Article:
In an emotional video message with intimate references to his childhood in post-Nazi Austria, former California Governor Arnold Schwarzenegger condemned the recent violence on Capitol Hill, and what he called President Donald’s Trump’s lies which incited the revolt.
"President Trump sought to overturn the results of an election, and of a fair election. He sought a coup by misleading people with lies," Schwarzenegger, the 73-year-old former actor who most notably played the role of the Terminator during his Hollywood career, said in a seven-minute video posted on social media Sunday.
"My father and our neighbors were misled also with lies, and I know where such lies lead,” said Schwarzenegger, a Republican.
My message to my fellow Americans and friends around the world following this week's attack on the Capitol. pic.twitter.com/blOy35LWJ5— Arnold (@Schwarzenegger) January 10, 2021
Trump has maintained, without any evidence, that he won the Nov. 3 election. A mob of his supporters breached security on Capitol Hill Wednesday while Congress finalized the certification of rival Joe Biden’s victory. In a video to his supporters in the midst of the violence Wednesday, the president asked them to go home, but maintained that he had won.
Trump later issued a video in which he promised a smooth transition of power. A deputy White House press secretary tweeted Thursday that the White House and president condemned the violence.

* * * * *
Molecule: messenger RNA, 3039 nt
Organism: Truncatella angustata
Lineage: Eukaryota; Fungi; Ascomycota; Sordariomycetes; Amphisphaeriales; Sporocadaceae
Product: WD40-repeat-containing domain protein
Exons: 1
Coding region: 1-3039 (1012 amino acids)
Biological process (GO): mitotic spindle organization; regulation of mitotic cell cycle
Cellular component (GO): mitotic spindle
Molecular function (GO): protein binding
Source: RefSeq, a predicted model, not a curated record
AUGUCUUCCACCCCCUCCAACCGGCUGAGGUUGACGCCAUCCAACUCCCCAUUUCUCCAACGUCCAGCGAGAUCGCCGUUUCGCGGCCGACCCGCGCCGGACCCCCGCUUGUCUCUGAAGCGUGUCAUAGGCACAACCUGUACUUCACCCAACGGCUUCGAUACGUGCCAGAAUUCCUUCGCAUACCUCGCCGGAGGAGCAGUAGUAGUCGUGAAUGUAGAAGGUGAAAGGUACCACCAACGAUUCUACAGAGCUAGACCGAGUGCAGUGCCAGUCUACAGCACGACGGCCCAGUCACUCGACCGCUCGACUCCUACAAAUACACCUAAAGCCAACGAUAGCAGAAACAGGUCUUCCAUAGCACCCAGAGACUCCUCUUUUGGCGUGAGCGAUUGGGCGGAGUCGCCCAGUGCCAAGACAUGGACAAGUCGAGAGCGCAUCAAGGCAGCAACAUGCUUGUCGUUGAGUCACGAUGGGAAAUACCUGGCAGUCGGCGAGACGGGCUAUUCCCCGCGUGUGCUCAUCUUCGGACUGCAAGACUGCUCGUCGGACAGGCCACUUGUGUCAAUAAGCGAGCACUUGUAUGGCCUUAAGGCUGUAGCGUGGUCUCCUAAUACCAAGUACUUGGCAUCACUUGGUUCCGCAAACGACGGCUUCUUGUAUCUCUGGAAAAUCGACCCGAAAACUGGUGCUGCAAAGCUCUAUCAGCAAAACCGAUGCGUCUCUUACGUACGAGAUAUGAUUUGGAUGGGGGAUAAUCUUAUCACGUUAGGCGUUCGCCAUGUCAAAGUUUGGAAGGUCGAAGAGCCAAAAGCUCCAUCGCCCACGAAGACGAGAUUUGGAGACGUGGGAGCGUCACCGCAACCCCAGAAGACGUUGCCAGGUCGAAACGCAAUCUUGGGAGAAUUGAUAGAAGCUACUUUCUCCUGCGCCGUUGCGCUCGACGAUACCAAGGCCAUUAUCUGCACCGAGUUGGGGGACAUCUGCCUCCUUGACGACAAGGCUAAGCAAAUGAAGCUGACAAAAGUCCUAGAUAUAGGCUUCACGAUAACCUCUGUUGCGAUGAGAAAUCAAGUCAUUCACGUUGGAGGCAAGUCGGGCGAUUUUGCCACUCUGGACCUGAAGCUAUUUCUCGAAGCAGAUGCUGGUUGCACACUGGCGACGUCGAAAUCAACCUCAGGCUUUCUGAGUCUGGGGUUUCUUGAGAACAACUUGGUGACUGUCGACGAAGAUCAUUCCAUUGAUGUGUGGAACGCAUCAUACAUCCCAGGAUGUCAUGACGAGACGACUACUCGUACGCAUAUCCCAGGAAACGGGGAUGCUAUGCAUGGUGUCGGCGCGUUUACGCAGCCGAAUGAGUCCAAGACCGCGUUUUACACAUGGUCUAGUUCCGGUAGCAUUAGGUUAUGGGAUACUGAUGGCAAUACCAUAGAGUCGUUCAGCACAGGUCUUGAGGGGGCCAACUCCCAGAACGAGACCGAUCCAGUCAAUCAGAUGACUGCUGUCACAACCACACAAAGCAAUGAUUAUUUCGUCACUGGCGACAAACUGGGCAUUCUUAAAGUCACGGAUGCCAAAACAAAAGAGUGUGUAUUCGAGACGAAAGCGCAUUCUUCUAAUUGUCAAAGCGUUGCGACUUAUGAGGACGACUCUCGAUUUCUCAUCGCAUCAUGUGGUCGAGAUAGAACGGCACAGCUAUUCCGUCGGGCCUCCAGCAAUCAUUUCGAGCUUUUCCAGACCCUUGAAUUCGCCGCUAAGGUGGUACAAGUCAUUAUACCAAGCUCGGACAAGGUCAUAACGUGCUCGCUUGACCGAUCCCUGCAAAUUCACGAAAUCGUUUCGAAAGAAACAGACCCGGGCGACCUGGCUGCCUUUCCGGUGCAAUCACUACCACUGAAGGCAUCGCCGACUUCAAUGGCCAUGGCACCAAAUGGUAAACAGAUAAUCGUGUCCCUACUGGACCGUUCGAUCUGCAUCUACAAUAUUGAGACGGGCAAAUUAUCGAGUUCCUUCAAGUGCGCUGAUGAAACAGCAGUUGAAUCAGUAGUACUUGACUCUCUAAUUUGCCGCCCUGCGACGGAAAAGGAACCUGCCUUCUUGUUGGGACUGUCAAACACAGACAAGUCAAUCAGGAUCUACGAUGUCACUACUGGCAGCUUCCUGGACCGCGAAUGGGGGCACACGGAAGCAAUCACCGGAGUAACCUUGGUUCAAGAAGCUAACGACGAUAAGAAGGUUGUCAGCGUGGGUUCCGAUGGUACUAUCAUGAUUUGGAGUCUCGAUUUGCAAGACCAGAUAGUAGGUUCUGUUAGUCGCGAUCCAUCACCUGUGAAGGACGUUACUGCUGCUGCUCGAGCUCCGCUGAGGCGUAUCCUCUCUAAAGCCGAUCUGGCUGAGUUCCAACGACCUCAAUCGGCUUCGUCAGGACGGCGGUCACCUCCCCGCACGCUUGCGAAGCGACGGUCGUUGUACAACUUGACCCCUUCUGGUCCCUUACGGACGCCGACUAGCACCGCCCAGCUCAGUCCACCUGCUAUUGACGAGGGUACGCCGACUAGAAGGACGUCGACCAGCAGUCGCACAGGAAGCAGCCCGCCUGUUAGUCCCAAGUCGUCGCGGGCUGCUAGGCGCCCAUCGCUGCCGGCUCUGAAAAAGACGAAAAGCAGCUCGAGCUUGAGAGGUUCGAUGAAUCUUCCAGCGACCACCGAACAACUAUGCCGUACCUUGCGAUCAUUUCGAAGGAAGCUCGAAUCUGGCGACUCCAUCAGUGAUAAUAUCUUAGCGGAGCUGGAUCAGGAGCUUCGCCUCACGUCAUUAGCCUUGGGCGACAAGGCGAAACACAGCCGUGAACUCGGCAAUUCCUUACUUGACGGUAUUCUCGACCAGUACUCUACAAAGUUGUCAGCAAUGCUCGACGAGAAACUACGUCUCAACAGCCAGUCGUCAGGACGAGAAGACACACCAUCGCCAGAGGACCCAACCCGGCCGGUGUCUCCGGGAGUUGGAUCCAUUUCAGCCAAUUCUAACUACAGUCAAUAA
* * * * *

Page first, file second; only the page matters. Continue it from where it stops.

Schwarzenegger warned Sunday that while Trump may become “irrelevant as an old tweet” after the inauguration, lawmakers, whom he criticized for their “spinelessness,” would have to be held accountable for their actions, and that laws would have to be passed so that Wednesday’s events could never happen again.
Schwarzenegger recounted stories of his Austrian childhood post-World War II, where his father and neighbors drank to excess in the aftermath of what he called “the most evil regime” in history.
Comparing the Nazis to the Proud Boys, a white supremacist group the Southern Poverty Law Center calls a hate group, Schwarzenegger noted that many men in his childhood community were not "rabid anti-Semites or Nazis.”
"Many just went along, step-by-step, down the road," he said.
With a nod to his Hollywood career, Schwarzenegger picked up “Conan’s sword” - a prop used in his 1982 film “Conan the Barbarian,” as music swelled in the background.
“Here’s the thing about swords – the more you temper a sword, the stronger it becomes,” he said.
“Our democracy is like the steel of this sword – the more it is tempered, the stronger it becomes. Our democracy has been tempered by wars, injustices, and insurrections,” he said.
“I believe, as shaken as we are by the events of recent days, we will come out stronger because we now understand what can be lost,” the former governor said.
Schwarzenegger who has had presidential ambitions of his own, said in 2016 he would have run for president had he been born in America. But as a naturalized U.S. citizen, he's not eligible.
The White House had no comment on his video Sunday night.